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The International May 8, 2009

Posted by Shujath in English, Movies, Reviews.
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Big Banks controlling the world has been one of the oldest ideas of conspiracy theorists. And pretty much everyone seems to hold that belief albeit at different levels. At this point of time when Banks have become one of the most reviled institutions in the world, Tom Tykwer’s The International is a highly entertaining take on the issue.

The International Bank of Business and Credit (IBBC) is out there to take over the world – for “you control the debt, you control everything”. Investigating its operations are the persistent Interpol agent Louis Salinger (Clive Owen) and DA Elanor Whitman (Naomi Watts). Anybody close to compromising the Bank’s operation ends up dead. When everything seemingly leads to a dead end and all your options are running out what do you do? Well – for starters give Clive Owen a gun and let him handle this in his own way.

The International for most part resembles any well made corporate thriller in the past but unlike other films in this genre this one caters more to a popular audience. Which simply means you shouldn’t start looking for believability and loopholes in the plot. One thing which comes to my mind first is that nobody seems to mind or care as Owen walks around with his gun menacingly in everyday places. Where the film scores the most is through its locations. The urban landscape and the architecture presented here are pretty ominous and spooky – especially the modernist office buildings of the IBBC and the Rotunda Gallery.

Clive Owen and Naomi Watts do what is required of them and honestly a film like this requires star power than memorable performances. I quite enjoyed watching this film and would easily recommend this to everyone – for it is not always that you see a highly engaging film on an important issue while dumbing down to acceptable levels for a wider audience.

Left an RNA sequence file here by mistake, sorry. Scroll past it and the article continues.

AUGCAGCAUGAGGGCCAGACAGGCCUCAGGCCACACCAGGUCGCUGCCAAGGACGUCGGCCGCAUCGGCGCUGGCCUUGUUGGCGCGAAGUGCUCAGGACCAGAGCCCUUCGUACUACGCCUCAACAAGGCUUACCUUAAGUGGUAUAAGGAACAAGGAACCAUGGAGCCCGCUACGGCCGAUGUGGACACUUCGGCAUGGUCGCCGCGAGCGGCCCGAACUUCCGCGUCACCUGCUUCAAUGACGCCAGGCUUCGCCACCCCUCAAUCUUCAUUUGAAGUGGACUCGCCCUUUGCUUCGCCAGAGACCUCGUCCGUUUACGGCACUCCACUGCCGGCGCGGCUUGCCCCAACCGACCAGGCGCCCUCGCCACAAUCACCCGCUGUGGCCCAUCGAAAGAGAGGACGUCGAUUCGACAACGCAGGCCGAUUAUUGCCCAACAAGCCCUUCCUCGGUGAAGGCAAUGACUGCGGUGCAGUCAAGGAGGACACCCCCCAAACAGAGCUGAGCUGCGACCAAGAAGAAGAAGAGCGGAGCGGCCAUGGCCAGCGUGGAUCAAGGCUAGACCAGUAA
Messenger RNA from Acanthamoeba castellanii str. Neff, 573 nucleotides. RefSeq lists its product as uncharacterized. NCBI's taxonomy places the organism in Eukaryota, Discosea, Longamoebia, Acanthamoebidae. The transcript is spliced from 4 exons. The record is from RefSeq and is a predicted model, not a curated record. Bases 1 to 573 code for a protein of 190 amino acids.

Duplicity March 28, 2009

Posted by Sai in English, Movies, Reviews.
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Tony Gilroy’s latest directorial venture is a corporate espionage thriller featuring a romantic entanglement between Julia Roberts and Clive Owen. Like his previous film, Michael Clayton, this one is quite complicated too. Little can be divulged about the plot without give away anything or lying. But the title of the film describes the intent of the characters and the film accurately. According to the Merriam-Webster Dictionary, Duplicity is “contradictory doubleness of thought, speech, or action; especially: the belying of one’s true intentions by deceptive words or action”.

Gilroy, who co-wrote the Bourne movies, is no stranger to thrillers. The premise is intriguing, the dialogue is solid and the screenplay is gripping. Unlike Bourne or Clayton, this film also has its share of lighter moments. The opening scene at the airport hangar sets the tone for the film and is one that stayed with me after.

Julia Roberts and Clive Owen are a treat to watch and the supporting cast is first rate. Paul Giamatti (Sideways, Lady In The Water), in particular, is superb as the unscrupulous CEO who wants to beat his competitor at any cost. Tom Wilkinson (Michael Clayton), in a smaller part, plays his nemesis.

While this film requires you to pay attention and utilize your gray matter, it isn’t the sort of film that makes you ponder. Duplicity is more mainstream than Michael Clayton and should find favor with audiences that enjoy this genre and do not mind a convoluted non-linear narrative.